Census information from Menofiya governorate was used to create a sampling list of villages and their population. Clusters of similar size were created; large villages had multiple clusters. From this list 60 clusters were sampled, representing both urban and rural residents. Some villages had more than one cluster selected. Within each cluster, 50 households were selected (every fifth household using a door to door sampling method) to generate approximately 50 adults (50+ years of age) and 50 children (age 2–6). The governorate was divided into four geographical sectors covered by four field teams working at the same time which resulted in different areas being graded by different teams.

PILOT TESTING AND QUALITY CONTROL

Demographic, clinical, and interview forms were tested among a group of workers and villagers before the start of the survey. The 60 clusters were enumerated before the clinical examination. The enumeration included basic demographic and environmental factors of the household. Enumeration of the selected households was done 1–3 weeks before examination. All examinations were conducted by ophthalmologists following a standardised training and using the same equipment (torch and loupes for trachoma grading). All interviews were conducted by trained interviewers. Five clusters were re-examined following discrepancies noted for one team.

FIELD PROCEDURES

Before the survey, community promotion was done by holding a local general meeting with the governor, key health officials, local leaders, administrative representatives, nurses, and ophthalmologists to discuss the survey activities. The survey was approved by the local and national Ministry of Health and Population. Following training, 10 interviewers, 13 enumerators, 12 nurses, and 11 ophthalmologists were selected to participate in the fieldwork under supervision.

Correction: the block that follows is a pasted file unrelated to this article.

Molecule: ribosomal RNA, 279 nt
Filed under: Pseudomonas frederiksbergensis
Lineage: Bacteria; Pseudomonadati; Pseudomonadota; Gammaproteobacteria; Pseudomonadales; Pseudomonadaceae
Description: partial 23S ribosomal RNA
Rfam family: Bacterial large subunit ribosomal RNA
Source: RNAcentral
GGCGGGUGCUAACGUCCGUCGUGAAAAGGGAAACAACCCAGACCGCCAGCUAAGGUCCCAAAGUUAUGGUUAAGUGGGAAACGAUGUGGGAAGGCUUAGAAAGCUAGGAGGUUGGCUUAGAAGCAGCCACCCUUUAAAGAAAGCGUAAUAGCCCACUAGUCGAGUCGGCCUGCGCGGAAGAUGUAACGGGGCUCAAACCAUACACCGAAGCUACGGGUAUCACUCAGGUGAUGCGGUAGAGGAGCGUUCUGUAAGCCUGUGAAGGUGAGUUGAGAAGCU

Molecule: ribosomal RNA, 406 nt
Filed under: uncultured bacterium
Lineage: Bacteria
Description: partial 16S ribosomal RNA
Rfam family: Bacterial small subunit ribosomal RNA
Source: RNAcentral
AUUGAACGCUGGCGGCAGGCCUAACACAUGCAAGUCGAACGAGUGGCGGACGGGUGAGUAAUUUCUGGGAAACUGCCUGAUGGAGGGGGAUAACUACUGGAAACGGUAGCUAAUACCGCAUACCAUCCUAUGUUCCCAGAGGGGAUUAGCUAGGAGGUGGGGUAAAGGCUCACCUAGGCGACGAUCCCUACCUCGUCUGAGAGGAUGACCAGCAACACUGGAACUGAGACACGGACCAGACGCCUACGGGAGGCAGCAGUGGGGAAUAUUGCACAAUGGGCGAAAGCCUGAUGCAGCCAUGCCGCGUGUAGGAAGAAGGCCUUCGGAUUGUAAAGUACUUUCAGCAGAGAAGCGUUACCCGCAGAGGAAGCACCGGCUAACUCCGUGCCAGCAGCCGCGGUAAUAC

Among both preschool children and adults active trachoma was graded using the WHO simplified grading scheme.12 Vision was not recorded in children. Among adults (age 50+), presenting visual acuity was recorded; adults with vision <6/18 were evaluated for the cause of vision loss or blindness. Visual acuity was measured outside using E charts. Pinhole was used among adults with a vision < 6/18. The senior ophthalmologist in each team conducted a fundus examination to decide the principal cause for low vision or blindness in cases with multiple causes. Corneal opacities were considered to be caused by trachoma only if there was a history of current or previous trichiasis or trachomatous pannus. Adults were interviewed regarding past trichiasis surgery; those currently with trichiasis or a history of trichiasis surgery were also interviewed regarding outcome of surgery.

Most examinations and interviews were done at the household. Households with missed eligible people were identified and members asked to join the medical team for examination at a central facility (in most clusters this was the village health unit) in the village on a subsequent day. Clusters with low (<70%) coverage of either children or adults were targeted for follow up 3 weeks after the completion of the survey.

STATISTICAL ANALYSIS

Statistical analyses were done on stata for Windows version 6.0 (Stata Corp, TX, USA). For this descriptive study χ2 statistics (with odds ratios and 95% confidence intervals) were calculated. Findings were adjusted for age and sex (Mantel-Haenszel) as indicated. Clustering of active trachoma in children was expected and clustering was accounted for in the confidence intervals for the data on active disease in preschool children. The Svylogit procedure was employed in simple and multiple logistic regression analyses in order to take into account clustering of cases in the sample.

Results

The 60 selected clusters came from 49 communities from throughout Menofiya. Similar to the population distribution of Menofiya 49 (82%) of 60 clusters were rural and 11 (18%) were urban. Although our target was 3000 children and 3000 adults, a total of 3272 children and 3322 adults were enumerated. Among the enumerated children 2661 were examined (81.3%); among the enumerated adults 2426 (73.0%) were examined. Among adults, working age men (aged 50–59 years) had the lowest response rate (62.1%, data not presented).